Joe DiMaggio flew in to look after arrangements for Marilyn's funeral. He called her elder half-sister Berniece Miracle to help. Marilyn's business manager Inez Melson also assisted. Under DiMaggio's express instructions, none of Marilyn's Hollywood friends were invited - he held them responsible, morally if not actually, for her death.
Marilyn Monroe's funeral took place at 1:00pm on August 8, 1962, at the Westwood Village Mortuary Chapel on the grounds of the Westwood Memorial Cemetery. It was a very private service conducted by Reverend A. J. Soldan, a Lutheran minister from the Village Church of Westwood. Readings were made of Psalm 23, chapter 14 of the Book of John, and excerpts from Pslams 46 adn 139. The Lord's Prayer was also read. The somber occasion began with the stains of Tchaikovsky's Sixth Symphony, and included, at Marilyn's request, Judy Garland's "Over the Rainbow". Lee Strasber delivered the eulogy, though only after DiMaggio's first choice, Carl Sandburg, was forced to decline due to ill-health.
During the service Marilyn's body lay in an open bronze casket lined with champagne-colored satin. Partially exposed, she was dressed in her green Pucci dress and a green chiffon scarf, a favorite which she had worn at a press conference in Mexico City earlier that year (it was also worn during the photo shoot with Maf). For the last time, Allan "Whitey" Snyder did her makeup, a flask of gin fortifying him enough to carry out a promise he had made in jest many years earlier, and of which Marilyn had reminded him with an inscription on a gold money clip she gave him, saying, "Whitey Dear, While I'm still warm, Marilyn."
Because of the damage done by the autopsy, Agnes Flanagan, who prepared her hair that day, had to use a wig similar to how Marilyn had been wearing her hair in her aborted last picture, "Something's Got to Give". In her hands was a posy of pink teacup roses, a gift from DiMaggio, who had sat in vigil the night before.
Synder was among her pallbearers, along with Allen Abbott, Sidney Guilaroff, Ronald Hast, Leonard Krisminsky and Clarence Pierce.
This is the Eulogy that was performed by Lee Strasberg:
Marilyn Monroe was a legend.
In her own lifetime she created a myth of what a poor girl from a deprived background could attain. For the entire world she became a symbol of the eternal feminine.
But I have no words to describe the myth and the legend. I did not know this Marilyn Monroe.
We gathered here today, knew only Marilyn - a warm human being, impulsive and shy, sensitive and in fear of rejection, yet ever avid for life and reaching out for fulfillment. I will not insult the privacy of your memory of her - a privacy she sought and treasured - by trying to describe her whom you knew to you who knew her. In our memories of her she reamins alive, not only a shadow on the screen or a glamorous personality.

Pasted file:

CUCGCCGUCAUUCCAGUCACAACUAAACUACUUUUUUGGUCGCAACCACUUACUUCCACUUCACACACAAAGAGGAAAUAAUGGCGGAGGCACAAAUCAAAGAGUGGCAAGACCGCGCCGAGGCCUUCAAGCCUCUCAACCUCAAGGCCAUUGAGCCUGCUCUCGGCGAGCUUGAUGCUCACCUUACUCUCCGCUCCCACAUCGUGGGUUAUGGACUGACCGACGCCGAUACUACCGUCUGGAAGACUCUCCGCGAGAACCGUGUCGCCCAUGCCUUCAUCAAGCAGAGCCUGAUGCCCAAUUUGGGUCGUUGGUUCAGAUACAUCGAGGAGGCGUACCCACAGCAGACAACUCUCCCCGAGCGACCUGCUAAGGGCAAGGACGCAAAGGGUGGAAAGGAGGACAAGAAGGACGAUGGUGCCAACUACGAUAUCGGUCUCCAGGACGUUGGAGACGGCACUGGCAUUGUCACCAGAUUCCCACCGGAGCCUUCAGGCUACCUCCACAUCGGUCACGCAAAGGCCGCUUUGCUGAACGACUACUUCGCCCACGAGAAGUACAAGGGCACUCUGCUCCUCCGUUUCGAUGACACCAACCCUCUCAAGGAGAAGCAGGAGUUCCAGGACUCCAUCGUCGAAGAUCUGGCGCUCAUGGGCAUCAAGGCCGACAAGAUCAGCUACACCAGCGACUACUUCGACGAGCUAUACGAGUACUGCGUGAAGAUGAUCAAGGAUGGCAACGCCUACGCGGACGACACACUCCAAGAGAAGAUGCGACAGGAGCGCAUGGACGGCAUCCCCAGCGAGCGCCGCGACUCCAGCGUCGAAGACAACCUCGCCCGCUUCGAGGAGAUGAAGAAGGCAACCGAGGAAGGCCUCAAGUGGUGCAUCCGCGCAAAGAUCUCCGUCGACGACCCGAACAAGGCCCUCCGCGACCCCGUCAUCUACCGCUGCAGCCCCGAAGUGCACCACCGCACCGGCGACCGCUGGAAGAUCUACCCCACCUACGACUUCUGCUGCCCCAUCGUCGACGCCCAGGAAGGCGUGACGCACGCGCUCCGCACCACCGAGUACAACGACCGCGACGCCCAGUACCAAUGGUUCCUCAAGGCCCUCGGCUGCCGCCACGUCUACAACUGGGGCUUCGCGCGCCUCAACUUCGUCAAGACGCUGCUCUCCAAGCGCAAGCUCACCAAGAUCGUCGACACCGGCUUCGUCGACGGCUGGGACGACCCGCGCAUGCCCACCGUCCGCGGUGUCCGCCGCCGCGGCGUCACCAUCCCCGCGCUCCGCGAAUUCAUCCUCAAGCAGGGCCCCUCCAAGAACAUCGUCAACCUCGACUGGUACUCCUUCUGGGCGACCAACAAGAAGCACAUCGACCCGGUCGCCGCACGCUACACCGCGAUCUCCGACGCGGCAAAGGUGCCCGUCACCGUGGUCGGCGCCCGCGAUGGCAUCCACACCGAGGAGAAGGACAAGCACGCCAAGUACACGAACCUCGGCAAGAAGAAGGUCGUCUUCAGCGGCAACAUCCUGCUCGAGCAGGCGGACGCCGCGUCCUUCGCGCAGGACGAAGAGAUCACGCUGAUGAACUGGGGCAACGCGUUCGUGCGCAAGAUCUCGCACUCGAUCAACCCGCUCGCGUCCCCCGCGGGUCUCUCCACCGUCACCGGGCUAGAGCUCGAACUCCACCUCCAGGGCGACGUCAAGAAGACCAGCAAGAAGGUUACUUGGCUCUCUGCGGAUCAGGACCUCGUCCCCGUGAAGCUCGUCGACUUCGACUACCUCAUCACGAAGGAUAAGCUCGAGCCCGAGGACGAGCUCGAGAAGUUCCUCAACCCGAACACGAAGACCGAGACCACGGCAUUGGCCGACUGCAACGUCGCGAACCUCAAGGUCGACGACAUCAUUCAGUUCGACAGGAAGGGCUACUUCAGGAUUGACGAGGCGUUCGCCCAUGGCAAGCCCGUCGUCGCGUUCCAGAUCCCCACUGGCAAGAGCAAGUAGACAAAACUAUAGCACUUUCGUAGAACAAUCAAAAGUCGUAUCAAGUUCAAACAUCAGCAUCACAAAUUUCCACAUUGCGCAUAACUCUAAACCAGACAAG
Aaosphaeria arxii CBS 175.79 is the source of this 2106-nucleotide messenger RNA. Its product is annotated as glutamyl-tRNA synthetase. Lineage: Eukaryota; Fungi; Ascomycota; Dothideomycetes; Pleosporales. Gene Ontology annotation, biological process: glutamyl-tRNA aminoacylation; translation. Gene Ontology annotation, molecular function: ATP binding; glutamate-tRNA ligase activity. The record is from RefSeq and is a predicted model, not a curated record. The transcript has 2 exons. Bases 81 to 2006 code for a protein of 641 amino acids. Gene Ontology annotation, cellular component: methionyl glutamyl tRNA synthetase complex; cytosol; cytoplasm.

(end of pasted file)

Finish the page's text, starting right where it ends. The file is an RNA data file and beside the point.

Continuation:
For us Marilyn was a devoted and loyal friend, a colleague constantly reaching for perfection. We shared her pain and difficulties and some of her joys. She was a member of our family. It is difficult to accept the fact that her zest for life has been ended by this dreadful accident.
Despite the heights and brillance she attained on the screen, she was planning for the future; she was looking forward to participating in the many exciting things which she planned. In her eyes and in mine her career was just beginning. The dream of her talent, which she had nurtured as a child, was not a mirage. When she first came to me I was amazed at the startling sensitivity which she possessed and which had remained fresh and undimmed, struggling to express itself despite the life to which she had been subjected. Others were as physically beautiful as she was, but there was obviously something more in her, something that people saw and recognized in her performances and with which they identified. She had a luminous quality - a combination of wistfulness, radiance, yearning - to set her apart and yet make everyone wish to be a part of it, to share in the childish naivete which was so shy and yet so vibrant.
This quality was even more evident when she was in the stage. I am truly sorry that the public who loved her did not have the opportunity to see her as we did, in many of the roles that foreshadowed what she would have become. Without a doubt she would have been one of the really great actresses of the stage.
Now it is at an end. I hope her death will stir sympathy and understanding for a sensitive artist and a woman who brought joy and pleasure to the world.
I cannot say goodby. Marilyn never liked goodbys, but in the peculiar way she had of turning things around so that they faced reality - I will say au revoir. For the country to which she has gone, we must all someday visit.
This information is taken from the book, "The Marilyn Encyclopedia" by Adam Victor.